Are you confused? Because I am. Do you think I would waste my time casually asking and appealing and re-appealing for something that he didn't need? Perhaps I have nothing better to do than this? Because I have one child with asthma and two others who require constant attention, not to mention the administration of meds, plus stander time and Cough Assist, and have regular appointments to schedule and keep with neurologists, pulmonologists, pediatricians, orthopedic surgeons and gastro-enterologists, plus physical and occupational therapists, not mention a half dozen meetings with their new special needs preschool. I spend my "down time" researching ways to keep feeding tubes out of them and how to get them to spend more time in their AFO's and standers and hey maybe in my extra time I might fit in some stretches to prevent their knee and ankle contractures. Do you think I have time for your bureaucratic nonsense? As a taxpayer, I resent that you used this many stamps to send me denial letters when you could have just called me to determine what our situation was.

I need a hero there at Arizona Department of Health Services. I need a hero with some common sense and the power to make decisions and make this headache go away. Because what I haven't told you yet is that Kyle's twin sister, Lauren? You've already approved and paid for her powerchair and he has the exact same diagnosis and the exact same insurances. She's been sporting her new wheels since January. So how about we straighten Kyle's chair situation out, or maybe YOU can be the one to explain to my boy why his sister can go off and do whatever she wants to do while he has to ask his mother to pick him and carry him from one activity to another. And then you consider how his mother is going to have the time and money to schedule her own physical therapy sessions (thrice weekly) because of the daily physical strain of caring for twin babies with this debilitating disease.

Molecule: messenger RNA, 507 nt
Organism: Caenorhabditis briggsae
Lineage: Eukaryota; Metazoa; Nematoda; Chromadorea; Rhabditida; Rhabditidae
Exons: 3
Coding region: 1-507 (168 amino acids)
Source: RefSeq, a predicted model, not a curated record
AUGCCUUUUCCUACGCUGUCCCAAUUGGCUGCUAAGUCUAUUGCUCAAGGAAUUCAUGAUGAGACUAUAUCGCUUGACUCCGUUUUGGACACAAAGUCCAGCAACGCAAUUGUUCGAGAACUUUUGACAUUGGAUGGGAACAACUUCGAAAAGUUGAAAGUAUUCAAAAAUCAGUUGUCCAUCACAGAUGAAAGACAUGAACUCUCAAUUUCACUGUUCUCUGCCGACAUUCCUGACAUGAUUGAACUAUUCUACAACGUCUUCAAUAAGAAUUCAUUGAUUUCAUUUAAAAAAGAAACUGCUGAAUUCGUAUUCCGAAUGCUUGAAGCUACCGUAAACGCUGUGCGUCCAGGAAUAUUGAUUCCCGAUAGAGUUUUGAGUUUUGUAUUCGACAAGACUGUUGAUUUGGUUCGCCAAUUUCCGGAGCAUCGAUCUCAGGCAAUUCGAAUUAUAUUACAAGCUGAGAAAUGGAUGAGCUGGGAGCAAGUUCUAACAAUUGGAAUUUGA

And when you're done explaining, and paying, and considering, maybe you can help me figure out a way to trade my fancy top of the line minivan for something that can transport two powerchairs.

I know the saying "life isn't fair". But I've given up my entire life for my children (nope, this was not my Master Plan--I did have a lucrative career in IT back in The Day), and their disease is a hundred different levels of overwhelming. I am sick of wasting my time and falling through cracks and making pointless phone calls. What I do not need is one more schmucky, ignorant customer service rep of yours to get fucking condescending with me. I didn't ask to battle anyone, but you make NOTHING easy. What are the chances that one of you will read this and make my year? Probably no chance, I know. But I do feel better having dropped an f-bomb and pretending that you've read it.

The Obnoxious Mother of the Month

If you happen to be a friend reading this, consider copy/paste Tweeting this message:
Dear @AZDHS, Your bureaucracy is keeping a little boy without the equipment he needs. A little help? @GovBrewer

Monday, May 3, 2010

Today, I shook the hand of the next Tiger Woods

In the golf course pro shop today, the clerk nodded towards the 9th hole and asked, "Have you ever seen that kid before?"

I turned my head to see who he meant--a ragamuffin Latino child, wearing a Teenage Mutant Ninja Turtles t-shirt and basketball shorts, with hair down to his waist flying out of his baseball cap. (He was a sight. I wish I had been in a position to take his photo for you.)

"Nope, I haven't."

The man replied, "That kid doesn't have a bad swing. He's here everyday, practicing putting and chipping. He plays 18 holes once a week here with his dad and uncle."

My knee might be taller than this kid. Seriously.

I watch as the dad and uncle drive away from the 9th cup. Nico, the golfing wunderkind, tears after the cart. He catches it and passes it up, his long hair flying behind him and runs up the stairs to the pro shop.

Says the pro shop clerk, "Nico! My man! What're you shooting today?"

"I got an eagle and two birdies," replies Nico.

Nico's dad tallies up Nico's score for the front nine. The four year old shot a 44. I watch him tee off at the tenth hole, with his wee little driver. The kid shoots from the men's tees. The drive went at least 50 yards, I think.

I need golf lessons from Nico. But for today, he just made me happy.